German industrial orders beat forecasts in October, topping their pre-pandemic level for the first time since the start of the coronavirus crisis, official data showed Friday, December 4.
New contracts were 0.8% higher than their level in February 2020, before the virus swept across Europe, after October brought month-on-month growth of 2.9%, federal statistics agency Destatis said.
Industrial orders are widely tracked as a key indicator of future activity, especially in manufacturing powerhouse Germany.
The October pickup was almost 3 times faster than September’s revised monthly increase of 1.1%, and beat expectations for a 1.3% rise from analysts surveyed by FactSet.
“In recent months, demand for industrial goods has continued to pick up, both from Germany and abroad,” the economy ministry said in a statement.
This is “good news,” said LBBW economist Jens-Oliver Niklasch, noting that “foreign orders in particular have picked up.”
Orders from inside Germany rose by 2.4% over one month, compared with 0.5% for those from the eurozone and 4.8% for the rest of the world.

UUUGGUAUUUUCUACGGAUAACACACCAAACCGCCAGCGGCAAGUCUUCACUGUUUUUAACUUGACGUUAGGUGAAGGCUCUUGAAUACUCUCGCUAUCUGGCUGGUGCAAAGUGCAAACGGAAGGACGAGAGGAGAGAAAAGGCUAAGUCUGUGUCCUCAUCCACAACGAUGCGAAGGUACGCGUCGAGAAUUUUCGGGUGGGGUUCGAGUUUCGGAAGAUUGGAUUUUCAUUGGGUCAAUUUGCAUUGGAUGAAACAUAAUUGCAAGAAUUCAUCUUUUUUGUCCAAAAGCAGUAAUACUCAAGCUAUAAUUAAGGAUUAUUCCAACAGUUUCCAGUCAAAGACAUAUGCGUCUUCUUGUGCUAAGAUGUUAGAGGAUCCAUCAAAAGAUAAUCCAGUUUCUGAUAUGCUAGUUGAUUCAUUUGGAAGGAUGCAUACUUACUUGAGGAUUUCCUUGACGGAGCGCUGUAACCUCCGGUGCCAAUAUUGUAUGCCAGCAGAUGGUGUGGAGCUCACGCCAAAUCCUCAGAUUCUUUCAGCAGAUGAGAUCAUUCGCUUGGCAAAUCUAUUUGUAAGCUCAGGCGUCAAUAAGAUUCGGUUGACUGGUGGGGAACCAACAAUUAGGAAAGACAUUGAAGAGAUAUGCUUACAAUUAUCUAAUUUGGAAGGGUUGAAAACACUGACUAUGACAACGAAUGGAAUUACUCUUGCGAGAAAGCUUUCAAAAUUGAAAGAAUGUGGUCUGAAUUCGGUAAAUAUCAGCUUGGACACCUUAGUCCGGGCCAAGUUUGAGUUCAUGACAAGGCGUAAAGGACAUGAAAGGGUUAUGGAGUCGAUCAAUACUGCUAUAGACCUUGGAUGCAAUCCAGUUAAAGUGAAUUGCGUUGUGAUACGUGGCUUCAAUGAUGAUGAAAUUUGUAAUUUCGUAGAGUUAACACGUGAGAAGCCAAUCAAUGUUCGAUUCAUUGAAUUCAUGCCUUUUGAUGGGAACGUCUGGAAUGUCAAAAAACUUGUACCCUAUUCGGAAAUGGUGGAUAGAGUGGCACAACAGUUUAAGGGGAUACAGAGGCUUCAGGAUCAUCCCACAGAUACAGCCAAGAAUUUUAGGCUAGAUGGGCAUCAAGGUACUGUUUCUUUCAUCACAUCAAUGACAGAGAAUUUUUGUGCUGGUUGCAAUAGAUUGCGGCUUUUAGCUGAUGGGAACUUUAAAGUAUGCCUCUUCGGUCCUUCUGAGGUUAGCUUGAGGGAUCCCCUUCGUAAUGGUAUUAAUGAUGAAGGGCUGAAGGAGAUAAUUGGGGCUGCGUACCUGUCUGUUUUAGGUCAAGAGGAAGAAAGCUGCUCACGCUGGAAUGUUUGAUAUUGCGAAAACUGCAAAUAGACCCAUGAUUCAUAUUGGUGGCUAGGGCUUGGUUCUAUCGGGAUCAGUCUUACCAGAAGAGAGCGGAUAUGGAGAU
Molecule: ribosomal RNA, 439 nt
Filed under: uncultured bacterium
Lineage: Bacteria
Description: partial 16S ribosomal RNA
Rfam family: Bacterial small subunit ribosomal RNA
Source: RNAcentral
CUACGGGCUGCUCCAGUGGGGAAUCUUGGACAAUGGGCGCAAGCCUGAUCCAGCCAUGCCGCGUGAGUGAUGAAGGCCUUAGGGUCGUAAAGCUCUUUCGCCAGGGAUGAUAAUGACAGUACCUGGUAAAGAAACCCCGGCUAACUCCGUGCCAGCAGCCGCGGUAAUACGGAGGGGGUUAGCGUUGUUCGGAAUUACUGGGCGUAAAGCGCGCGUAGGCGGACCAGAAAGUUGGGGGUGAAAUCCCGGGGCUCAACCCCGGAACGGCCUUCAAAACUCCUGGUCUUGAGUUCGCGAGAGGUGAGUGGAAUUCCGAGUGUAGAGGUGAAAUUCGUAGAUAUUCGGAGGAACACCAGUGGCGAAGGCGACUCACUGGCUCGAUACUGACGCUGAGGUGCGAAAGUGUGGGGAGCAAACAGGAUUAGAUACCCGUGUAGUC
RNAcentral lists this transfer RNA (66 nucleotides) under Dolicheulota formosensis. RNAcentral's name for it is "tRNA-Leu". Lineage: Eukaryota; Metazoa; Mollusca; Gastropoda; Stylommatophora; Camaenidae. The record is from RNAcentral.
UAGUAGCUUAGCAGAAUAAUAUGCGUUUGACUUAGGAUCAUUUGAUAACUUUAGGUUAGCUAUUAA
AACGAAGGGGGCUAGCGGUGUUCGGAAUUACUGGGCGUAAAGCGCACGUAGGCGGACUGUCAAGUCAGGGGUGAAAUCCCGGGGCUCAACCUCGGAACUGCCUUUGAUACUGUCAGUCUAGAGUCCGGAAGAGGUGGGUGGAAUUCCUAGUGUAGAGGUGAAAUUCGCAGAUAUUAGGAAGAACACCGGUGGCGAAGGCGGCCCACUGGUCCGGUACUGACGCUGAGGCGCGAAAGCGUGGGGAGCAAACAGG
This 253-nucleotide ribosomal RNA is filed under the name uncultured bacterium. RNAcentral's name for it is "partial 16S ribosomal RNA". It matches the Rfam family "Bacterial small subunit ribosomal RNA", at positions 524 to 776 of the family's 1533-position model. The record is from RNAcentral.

The automotive industry, the engine of the German economy, saw orders add 1%, reaching levels 6% above February 2020.
And overall orders also outperformed October 2019 by 1.8%, the ministry said – although the economy had been performing sluggishly a year ago.
Germany’s economy expanded by a record 8.5% in the 3rd quarter of 2020 as restrictions were lifted and shops and factories reopened.
But a decline in economic output may be on the cards for the last 3 months of the year.
“The economic weakness caused by the pandemic is more or less all related to the service sector,” Niklasch said, adding “this is unlikely to change in the near future.”
Lockdowns announced by Chancellor Angela Merkel for November to curb Germany’s second wave have likely hit demand again. – Rappler.com
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